Tuesday, Dec. 15, 2020
Subject: Update on Special Presidential Task Force on Racial Justice
Greetings BSU community,
As we reach the end of the semester and 2020, we wanted to take a moment to provide a brief update about the work of the President’s Special Racial Justice Task Force (RJTF). We also want to extend our deepest gratitude to the many colleagues across the campus and the BSU community who are working with great passion, wisdom, and diligence to address the charge, the challenge, and the opportunity presented to the Task Force by President Clark.
Throughout the fall semester, the nearly 70 members of the task force have been identifying the data needed and the research we must do, to answer the important questions that drive our work:
What elements of policy, practice, and culture are impeding racial equity at Bridgewater State University? And what remedies and recommendations for corrective action can we advance?
Over the past few months, we have had the opportunity to dig into this question, analyzing data provided through the racial justice forums, amplify, and student focus groups. The subcommittees have been researching and gathering additional information regarding the curriculum, human resource and workforce data, academic policies, policing practices, educational and training programs, as well as the policies and practices that guide how we serve and support students. At every step of the way, members of the RJTF are continuing to learn more, identify areas that require deeper exploration, and beginning to formulate a sense of future direction and eventual recommendations — but, we have more to do.
And, just last week, we had the opportunity on December 9th to brief the BSU Board of Trustees. The presentation we shared can be found here, and you will also find information about the work of the RJTF throughout the semester here.
In a recent interview with the Boston Business Journal, Dr. Ibram X. Kendi of the Center for Antiracist Research at Boston University, noted that colleges and universities “need to ask hard questions and do some heavy lifting around data tracking and analysis to better understand and, more importantly, address racial disparities on their campuses.” He noted “we have to figure out the policies and practices that are behind those inequities, and get rid of those and put in place more equitable policies, practices and measures and see whether they are actually leading to equity.” We are doing just that.
It has also been encouraging and inspiring to note the wide range of speakers, programs, conversations, and discussions across the campus concerning race, racial equity, and social justice. While words alone are not enough, they do matter and they represent one of the ways in which we continue to come together, work hard to understand differences, and take actions that will lead to a stronger, more inclusive, and more equitable BSU.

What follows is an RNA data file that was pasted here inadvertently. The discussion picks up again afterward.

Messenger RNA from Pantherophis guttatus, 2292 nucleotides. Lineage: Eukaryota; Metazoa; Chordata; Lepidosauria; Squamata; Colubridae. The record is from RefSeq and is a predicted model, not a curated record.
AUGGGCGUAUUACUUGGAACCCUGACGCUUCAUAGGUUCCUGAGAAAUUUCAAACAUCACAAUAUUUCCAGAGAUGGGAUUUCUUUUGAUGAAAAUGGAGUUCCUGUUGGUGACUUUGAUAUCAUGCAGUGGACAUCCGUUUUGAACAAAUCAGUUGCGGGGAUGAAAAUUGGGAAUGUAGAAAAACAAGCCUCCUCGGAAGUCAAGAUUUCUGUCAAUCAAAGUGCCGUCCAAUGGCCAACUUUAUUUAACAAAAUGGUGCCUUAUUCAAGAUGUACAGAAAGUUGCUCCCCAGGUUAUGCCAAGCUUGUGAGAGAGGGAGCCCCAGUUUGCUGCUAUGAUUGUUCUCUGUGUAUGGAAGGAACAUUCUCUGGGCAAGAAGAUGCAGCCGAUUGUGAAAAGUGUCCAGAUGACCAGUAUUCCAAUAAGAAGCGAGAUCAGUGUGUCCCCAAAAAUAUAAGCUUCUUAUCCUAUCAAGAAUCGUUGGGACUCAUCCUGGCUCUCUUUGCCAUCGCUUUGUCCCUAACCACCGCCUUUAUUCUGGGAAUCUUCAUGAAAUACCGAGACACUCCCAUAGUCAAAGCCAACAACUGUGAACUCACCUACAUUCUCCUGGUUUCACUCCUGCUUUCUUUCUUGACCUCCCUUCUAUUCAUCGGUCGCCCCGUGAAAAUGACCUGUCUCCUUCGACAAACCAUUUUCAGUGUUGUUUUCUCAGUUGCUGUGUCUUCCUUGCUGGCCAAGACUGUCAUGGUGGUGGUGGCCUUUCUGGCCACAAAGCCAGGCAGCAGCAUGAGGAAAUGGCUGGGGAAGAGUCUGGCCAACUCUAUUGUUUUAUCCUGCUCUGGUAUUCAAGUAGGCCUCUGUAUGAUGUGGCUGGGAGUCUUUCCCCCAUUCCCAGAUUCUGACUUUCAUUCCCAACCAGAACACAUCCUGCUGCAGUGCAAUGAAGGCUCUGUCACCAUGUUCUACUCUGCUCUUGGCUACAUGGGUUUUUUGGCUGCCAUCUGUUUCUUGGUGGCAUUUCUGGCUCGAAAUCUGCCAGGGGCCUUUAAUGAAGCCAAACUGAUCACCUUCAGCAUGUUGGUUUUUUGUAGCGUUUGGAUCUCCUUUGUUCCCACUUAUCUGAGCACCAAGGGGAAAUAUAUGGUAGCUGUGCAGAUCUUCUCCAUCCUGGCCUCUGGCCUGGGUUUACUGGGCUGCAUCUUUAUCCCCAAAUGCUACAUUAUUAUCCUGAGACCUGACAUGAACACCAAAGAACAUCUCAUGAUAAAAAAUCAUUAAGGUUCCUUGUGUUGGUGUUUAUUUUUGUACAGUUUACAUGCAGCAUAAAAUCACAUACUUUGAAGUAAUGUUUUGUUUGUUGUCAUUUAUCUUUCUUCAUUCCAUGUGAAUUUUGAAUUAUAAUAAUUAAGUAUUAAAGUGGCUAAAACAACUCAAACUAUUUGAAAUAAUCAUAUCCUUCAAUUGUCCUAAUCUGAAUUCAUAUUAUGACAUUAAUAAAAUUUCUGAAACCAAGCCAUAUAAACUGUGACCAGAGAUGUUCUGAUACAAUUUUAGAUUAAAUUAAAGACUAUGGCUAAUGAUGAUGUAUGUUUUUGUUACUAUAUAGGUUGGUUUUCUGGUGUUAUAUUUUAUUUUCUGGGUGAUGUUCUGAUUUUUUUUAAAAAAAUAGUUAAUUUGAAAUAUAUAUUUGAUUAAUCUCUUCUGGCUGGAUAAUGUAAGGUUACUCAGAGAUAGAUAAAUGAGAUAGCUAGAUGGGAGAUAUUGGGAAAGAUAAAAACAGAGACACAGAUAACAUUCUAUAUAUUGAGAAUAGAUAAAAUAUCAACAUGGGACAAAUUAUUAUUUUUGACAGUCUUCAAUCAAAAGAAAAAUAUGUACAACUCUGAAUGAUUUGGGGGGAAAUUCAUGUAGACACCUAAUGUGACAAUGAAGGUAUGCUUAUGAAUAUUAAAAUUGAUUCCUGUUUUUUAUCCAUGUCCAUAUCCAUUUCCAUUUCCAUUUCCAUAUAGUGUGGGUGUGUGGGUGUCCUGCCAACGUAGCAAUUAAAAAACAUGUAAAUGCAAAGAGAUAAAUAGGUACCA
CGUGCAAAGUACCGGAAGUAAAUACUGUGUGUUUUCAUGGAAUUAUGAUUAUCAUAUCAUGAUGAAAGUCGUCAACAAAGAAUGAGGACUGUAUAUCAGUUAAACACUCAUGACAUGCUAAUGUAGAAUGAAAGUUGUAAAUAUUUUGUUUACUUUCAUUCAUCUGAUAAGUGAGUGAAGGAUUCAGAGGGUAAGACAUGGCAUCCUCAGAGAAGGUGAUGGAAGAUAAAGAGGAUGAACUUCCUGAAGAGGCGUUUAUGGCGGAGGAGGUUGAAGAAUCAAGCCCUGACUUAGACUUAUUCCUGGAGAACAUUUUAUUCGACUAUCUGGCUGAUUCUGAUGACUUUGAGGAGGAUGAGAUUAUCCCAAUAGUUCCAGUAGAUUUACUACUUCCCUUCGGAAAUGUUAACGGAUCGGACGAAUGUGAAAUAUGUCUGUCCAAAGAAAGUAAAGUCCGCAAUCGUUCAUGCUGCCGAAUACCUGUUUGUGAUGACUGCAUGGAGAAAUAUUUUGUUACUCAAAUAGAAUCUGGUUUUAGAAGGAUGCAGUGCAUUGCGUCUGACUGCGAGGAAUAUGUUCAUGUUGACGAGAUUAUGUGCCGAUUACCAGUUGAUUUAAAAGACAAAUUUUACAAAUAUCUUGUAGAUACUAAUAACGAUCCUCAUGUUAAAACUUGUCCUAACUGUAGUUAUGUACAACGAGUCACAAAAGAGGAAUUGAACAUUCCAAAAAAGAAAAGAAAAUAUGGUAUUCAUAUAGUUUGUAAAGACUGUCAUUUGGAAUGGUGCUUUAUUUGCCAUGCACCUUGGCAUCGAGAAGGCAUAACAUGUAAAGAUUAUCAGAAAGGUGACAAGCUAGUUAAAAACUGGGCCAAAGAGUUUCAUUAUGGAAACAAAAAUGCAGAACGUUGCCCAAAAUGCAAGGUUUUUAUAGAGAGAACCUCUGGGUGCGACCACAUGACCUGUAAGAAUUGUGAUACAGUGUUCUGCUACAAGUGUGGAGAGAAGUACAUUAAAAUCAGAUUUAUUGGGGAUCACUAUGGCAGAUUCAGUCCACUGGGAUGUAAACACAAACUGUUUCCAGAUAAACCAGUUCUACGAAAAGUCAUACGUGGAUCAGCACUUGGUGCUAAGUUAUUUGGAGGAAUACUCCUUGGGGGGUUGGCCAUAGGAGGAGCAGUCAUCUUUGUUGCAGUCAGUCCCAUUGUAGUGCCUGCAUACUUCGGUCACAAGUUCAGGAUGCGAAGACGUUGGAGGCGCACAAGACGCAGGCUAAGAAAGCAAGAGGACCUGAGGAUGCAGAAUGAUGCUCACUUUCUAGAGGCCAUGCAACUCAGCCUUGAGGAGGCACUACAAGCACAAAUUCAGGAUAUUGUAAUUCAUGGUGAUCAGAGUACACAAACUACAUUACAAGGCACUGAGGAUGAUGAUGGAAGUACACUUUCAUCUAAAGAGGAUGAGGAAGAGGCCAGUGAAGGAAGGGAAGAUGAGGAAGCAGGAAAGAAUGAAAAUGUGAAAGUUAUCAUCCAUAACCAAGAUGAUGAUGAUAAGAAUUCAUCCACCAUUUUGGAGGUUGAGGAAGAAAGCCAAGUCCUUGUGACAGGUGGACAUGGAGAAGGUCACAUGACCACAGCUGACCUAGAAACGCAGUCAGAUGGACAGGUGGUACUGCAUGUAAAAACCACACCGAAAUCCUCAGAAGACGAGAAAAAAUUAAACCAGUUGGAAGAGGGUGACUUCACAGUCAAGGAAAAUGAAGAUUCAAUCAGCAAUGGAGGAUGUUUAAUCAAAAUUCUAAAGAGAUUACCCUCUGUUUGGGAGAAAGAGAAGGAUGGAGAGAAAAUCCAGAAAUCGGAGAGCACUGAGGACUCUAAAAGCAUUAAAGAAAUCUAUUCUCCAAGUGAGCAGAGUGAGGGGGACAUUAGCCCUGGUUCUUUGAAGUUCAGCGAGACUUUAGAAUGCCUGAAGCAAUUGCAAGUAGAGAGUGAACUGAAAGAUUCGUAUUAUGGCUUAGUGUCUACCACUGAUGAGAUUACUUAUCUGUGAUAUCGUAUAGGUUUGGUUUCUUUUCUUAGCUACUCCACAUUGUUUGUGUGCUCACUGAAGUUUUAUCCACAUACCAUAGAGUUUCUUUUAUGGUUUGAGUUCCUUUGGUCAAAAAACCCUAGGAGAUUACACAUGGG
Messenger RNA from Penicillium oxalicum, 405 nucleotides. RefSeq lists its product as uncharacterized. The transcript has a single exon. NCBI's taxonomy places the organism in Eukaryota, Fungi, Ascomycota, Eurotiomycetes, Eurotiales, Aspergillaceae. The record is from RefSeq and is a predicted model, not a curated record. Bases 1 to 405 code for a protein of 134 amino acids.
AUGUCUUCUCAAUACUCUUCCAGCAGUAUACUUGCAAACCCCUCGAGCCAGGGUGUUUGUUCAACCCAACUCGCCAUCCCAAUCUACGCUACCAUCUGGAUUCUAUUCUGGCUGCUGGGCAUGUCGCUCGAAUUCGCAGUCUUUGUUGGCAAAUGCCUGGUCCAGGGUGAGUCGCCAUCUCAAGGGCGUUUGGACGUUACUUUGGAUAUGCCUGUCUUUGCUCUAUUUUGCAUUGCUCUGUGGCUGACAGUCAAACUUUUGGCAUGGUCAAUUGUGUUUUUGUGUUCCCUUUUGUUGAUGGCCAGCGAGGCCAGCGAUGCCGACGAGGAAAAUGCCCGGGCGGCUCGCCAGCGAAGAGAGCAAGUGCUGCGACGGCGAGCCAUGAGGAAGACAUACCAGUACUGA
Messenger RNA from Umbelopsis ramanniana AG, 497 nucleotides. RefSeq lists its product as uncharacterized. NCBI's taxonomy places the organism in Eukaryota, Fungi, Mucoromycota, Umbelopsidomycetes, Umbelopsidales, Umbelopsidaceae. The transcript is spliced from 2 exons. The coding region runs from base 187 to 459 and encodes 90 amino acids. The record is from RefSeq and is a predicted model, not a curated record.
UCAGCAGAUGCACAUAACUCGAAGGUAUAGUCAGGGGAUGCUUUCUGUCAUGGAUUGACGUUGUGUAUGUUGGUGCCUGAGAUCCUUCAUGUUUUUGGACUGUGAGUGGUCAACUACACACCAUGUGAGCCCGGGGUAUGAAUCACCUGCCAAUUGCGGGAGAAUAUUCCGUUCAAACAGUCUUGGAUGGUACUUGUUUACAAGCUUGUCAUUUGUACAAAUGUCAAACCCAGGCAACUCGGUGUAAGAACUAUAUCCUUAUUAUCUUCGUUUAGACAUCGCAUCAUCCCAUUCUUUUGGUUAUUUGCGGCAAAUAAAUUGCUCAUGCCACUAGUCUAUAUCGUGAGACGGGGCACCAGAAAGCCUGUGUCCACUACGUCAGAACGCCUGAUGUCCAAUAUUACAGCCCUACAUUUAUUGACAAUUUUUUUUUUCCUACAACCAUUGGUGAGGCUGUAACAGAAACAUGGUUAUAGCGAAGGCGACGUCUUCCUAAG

Across the country we have been hit with a blizzard of challenges, from racial injustice, COVID, economic uncertainties, political division, and the stress of being separated from those we love and count on. At BSU, the strength of this community enables us to dig deep, ask hard questions, and not be satisfied with the status quo. It enables us to support and learn from one another and, ultimately, hold ourselves accountable to ensure that we rise up to the challenge of achieving the ideals we value.
We are deeply grateful and indebted to the members of the task force and subcommittees (please see slide 11 for the full list of participants). In addition to juggling class, work schedules, and family responsibilities throughout the fall, in an extraordinarily complex set of circumstances, the task force has been persistent in pursuing truth. This work will continue throughout the spring when we submit our report to President Clark. But the work doesn’t end with our report. There must be an ongoing commitment throughout the BSU community to a process of addressing the findings of the task force’s report, holding ourselves accountable to continuously and honestly assessing how we are doing and working together — finally — to achieve racial equity.
Thank you for your support and your participation. We wish you all good health and safe holidays and we look forward to a new year ahead with confidence, hope, and a realistic optimism.
Dr. Mary Grant
Dr. Carolyn Petrosino
Co-chairs, Special Presidential Task Force on Racial Justice